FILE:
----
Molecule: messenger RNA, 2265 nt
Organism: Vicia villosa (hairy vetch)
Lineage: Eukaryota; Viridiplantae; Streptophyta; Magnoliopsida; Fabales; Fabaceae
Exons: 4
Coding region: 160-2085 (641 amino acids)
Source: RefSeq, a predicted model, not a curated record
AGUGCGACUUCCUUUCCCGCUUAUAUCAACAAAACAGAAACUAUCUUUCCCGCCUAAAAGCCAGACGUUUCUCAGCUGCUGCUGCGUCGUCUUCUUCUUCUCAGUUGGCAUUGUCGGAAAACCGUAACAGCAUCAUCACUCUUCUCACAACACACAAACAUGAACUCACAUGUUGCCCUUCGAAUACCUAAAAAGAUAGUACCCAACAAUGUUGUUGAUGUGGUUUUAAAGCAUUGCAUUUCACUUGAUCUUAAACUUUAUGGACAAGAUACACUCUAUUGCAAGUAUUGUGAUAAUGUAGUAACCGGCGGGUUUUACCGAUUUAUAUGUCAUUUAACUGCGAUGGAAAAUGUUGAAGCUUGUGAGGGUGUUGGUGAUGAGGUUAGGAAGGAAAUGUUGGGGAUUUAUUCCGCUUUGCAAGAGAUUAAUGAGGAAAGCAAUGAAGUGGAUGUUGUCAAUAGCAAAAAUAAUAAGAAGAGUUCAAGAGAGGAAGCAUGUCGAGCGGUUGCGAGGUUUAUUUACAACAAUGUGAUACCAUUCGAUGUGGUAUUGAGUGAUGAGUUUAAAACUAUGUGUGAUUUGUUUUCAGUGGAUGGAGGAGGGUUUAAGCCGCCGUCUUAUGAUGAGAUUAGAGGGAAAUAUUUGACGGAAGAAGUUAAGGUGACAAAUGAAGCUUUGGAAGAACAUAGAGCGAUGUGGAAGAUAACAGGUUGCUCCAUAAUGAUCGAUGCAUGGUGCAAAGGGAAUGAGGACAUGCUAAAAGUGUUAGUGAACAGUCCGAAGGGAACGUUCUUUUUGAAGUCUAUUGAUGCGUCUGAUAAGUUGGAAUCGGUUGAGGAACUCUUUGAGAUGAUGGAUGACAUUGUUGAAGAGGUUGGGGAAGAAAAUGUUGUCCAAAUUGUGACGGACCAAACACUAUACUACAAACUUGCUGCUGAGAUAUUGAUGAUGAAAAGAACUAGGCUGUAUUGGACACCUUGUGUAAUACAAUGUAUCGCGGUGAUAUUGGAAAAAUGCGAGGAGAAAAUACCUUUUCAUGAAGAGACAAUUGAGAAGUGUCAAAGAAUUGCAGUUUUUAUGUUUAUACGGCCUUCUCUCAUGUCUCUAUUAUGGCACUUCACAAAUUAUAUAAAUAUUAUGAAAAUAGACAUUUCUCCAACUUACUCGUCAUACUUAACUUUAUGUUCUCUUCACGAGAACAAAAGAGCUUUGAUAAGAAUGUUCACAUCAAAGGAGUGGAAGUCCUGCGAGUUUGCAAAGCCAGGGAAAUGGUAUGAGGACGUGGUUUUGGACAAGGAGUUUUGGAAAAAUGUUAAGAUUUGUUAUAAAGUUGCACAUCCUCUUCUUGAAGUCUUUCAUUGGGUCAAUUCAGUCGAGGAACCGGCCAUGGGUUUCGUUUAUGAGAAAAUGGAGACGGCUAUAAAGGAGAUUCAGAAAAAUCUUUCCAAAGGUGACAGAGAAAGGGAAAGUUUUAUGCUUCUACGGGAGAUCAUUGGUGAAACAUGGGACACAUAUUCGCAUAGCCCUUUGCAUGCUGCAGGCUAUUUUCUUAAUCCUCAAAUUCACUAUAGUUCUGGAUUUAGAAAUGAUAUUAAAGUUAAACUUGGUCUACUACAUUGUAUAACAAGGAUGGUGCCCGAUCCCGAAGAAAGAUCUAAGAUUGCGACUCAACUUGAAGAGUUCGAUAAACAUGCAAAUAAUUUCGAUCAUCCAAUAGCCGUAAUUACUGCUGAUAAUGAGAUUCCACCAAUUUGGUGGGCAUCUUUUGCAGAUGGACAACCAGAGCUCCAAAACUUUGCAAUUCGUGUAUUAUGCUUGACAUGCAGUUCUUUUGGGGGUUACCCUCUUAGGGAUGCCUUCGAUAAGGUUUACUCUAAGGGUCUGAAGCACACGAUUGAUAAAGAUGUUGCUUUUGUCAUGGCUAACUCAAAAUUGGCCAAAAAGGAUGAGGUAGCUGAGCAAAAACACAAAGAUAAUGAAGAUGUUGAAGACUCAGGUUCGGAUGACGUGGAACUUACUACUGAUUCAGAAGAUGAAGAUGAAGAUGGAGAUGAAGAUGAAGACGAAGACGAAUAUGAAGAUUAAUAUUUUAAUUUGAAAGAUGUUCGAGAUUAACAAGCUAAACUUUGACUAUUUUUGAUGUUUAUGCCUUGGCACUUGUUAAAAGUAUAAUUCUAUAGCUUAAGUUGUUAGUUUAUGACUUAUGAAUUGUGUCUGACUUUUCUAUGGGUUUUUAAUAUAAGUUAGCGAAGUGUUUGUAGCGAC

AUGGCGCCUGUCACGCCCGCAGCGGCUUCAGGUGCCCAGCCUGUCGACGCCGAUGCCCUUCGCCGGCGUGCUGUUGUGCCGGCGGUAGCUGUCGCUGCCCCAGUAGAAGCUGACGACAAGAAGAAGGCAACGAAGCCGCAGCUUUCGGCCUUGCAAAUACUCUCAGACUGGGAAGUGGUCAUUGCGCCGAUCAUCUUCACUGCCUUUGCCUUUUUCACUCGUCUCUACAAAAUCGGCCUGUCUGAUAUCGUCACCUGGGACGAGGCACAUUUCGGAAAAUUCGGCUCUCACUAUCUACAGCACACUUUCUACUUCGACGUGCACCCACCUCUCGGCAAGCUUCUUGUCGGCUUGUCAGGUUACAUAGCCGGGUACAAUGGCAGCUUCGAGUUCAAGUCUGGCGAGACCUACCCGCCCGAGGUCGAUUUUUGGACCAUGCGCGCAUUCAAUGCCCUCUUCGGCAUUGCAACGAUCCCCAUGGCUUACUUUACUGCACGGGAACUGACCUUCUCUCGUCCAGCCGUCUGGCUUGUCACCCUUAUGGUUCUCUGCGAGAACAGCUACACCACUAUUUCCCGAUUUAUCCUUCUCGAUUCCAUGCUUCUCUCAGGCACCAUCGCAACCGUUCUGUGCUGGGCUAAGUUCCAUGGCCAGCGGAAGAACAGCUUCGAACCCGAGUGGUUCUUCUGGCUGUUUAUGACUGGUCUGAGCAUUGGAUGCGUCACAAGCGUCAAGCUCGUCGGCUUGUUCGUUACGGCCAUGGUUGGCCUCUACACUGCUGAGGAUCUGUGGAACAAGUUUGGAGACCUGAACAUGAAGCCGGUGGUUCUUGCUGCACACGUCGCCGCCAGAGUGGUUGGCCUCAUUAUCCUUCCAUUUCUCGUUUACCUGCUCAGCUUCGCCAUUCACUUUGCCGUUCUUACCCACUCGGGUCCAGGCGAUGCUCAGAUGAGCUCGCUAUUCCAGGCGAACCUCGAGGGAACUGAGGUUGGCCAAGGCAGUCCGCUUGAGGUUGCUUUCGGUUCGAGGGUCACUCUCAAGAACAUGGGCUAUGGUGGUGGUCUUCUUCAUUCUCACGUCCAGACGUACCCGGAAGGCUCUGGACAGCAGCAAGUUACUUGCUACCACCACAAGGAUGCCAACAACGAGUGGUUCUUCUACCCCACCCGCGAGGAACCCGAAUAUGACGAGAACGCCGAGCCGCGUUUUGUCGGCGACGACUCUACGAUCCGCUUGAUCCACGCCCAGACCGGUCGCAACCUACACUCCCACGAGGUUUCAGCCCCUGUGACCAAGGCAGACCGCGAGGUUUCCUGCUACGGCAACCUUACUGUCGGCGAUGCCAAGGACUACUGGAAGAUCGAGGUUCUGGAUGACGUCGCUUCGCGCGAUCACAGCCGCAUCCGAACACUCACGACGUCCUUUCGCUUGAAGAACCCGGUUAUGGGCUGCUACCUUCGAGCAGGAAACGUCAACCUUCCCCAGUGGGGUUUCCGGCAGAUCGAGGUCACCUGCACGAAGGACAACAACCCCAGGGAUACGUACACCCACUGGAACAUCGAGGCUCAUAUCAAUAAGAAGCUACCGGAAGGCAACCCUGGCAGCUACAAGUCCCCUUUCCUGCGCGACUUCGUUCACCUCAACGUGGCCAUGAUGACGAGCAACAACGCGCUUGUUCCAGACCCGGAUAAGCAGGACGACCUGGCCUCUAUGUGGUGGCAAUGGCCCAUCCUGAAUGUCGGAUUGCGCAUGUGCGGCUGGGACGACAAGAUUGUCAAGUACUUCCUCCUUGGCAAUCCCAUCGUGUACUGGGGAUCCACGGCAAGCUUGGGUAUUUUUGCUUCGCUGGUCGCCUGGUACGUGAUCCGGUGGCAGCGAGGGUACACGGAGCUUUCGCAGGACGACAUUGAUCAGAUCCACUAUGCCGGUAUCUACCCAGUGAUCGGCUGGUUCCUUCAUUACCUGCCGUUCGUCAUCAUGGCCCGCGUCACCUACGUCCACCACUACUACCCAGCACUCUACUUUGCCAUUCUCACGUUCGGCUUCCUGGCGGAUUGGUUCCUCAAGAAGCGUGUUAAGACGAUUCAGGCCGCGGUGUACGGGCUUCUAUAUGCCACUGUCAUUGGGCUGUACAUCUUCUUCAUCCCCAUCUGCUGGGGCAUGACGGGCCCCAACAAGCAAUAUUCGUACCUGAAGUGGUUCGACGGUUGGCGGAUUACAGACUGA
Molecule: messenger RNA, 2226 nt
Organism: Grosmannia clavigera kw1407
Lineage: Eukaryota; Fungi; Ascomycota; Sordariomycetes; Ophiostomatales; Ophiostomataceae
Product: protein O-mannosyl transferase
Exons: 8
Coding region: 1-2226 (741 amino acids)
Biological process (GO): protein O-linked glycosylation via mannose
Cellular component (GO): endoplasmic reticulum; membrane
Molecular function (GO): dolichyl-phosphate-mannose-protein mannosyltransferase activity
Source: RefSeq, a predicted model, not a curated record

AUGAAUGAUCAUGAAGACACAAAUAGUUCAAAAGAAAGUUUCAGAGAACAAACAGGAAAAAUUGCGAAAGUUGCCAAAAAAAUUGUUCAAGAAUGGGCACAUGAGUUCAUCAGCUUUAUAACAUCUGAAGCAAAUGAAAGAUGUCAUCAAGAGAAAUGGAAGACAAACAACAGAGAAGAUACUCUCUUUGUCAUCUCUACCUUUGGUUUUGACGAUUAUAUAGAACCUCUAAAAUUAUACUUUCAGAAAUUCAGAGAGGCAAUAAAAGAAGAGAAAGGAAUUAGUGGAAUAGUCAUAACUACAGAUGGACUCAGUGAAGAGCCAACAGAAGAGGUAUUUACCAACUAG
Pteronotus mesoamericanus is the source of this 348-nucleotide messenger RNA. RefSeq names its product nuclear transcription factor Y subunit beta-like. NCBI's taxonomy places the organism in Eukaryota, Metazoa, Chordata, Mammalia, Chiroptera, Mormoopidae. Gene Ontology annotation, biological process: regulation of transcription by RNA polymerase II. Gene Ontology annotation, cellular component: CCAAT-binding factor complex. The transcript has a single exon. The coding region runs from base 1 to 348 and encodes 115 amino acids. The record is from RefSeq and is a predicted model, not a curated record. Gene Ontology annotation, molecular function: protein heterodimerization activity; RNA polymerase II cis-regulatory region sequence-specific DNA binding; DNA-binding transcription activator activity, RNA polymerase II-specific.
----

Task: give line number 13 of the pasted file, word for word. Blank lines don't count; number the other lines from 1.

Exons: 8